Former England batsman Mark Butcher has questioned the thinking behind England’s removal of their national selector post.
Last week, England announced the removal of Ed Smith from the post stating that ultimate responsibility for selection now falls under the remit of head coach Chris Silverwood.
Speaking on the Wisden Cricket Weekly Podcast, Butcher argued that the removal of the national selector post could leave the head coach with conflicted priorities and too much on his plate.
“I kind of don’t understand it,” said Butcher. “I don’t understand why there is no longer a need for a national selector. It feels to me a little bit like one of those decisions where the pendulum has swung too far to the left and then it swings all the way back around to the right rather than nestling somewhere in the middle.”
Butcher pointed out that Silverwood’s opportunities to watch the county cricketers in contention will be limited by his duties as England head coach.
“Because, as we all know, the coach of the national team doesn’t get a chance to go sit around and watch county cricket,” said Butcher. “They don’t see anybody so they’re always relying on other people’s eyes and other people’s opinions in the first place.
“At least with Ed Smith because he had very few other responsibilities, he could actually spend time and do those jobs. Once England start playing – Chris Silverwood will be around watching cricket at the moment – but as soon as the England team swing into action he’s off the scene, he has no idea what’s going on beyond what his advisors are telling him.”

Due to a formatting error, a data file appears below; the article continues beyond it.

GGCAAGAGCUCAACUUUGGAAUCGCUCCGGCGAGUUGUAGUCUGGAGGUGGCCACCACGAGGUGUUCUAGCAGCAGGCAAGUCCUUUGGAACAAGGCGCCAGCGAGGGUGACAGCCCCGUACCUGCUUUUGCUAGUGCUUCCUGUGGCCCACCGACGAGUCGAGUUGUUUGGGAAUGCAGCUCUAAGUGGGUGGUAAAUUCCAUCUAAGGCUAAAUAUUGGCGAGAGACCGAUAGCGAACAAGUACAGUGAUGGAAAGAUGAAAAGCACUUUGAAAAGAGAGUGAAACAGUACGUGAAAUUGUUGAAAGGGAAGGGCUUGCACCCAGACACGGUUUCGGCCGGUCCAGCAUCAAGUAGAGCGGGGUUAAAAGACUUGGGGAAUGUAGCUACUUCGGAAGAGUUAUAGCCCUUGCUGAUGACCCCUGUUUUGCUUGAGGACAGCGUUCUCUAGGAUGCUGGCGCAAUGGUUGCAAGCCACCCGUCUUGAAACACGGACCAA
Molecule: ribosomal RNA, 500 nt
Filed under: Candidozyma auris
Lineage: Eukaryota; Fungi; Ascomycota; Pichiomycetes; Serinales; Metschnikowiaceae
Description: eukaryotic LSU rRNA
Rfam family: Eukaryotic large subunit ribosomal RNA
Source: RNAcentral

Butcher also suggested that the priorities of a selector and a head coach sometimes come into conflict, leading to a difficult balancing act.
“I find it curious,” Butcher said. “Particularly given that he has so many other responsibilities and so many others areas whereby he has to either put out fires or be responsible for split captains, different needs of playings being rested, all these other kinds of stuff. Does he need that too?
“The coach needs to be separate. A coach is responsible for the results. Head coach: responsible for results, responsible for getting the teams that are under his care to go out there and perform and play in the now.
“A selector’s job is far more wide-ranging than that. You’re looking at people for potentially a tow or three years down the road. You’re looking for pragmatic decisions you have to make on a player, like Adam Lyth for example, who might be a little bit older but you think now is the time for someone like him.
“The coach then having to be responsible for that as well as the results of the team he’s in charge of is very, very difficult. If I’m in charge and it’s my job is on the line, I’m thinking about today and maybe the game next week. I’m not thinking three years down the line. A selector has to be thinking that much further ahead and shouldn’t be held responsible for the results of today given he’s trying to do a job for tomorrow as well. I find that those two things don’t work, there’s too much of a conflict there.”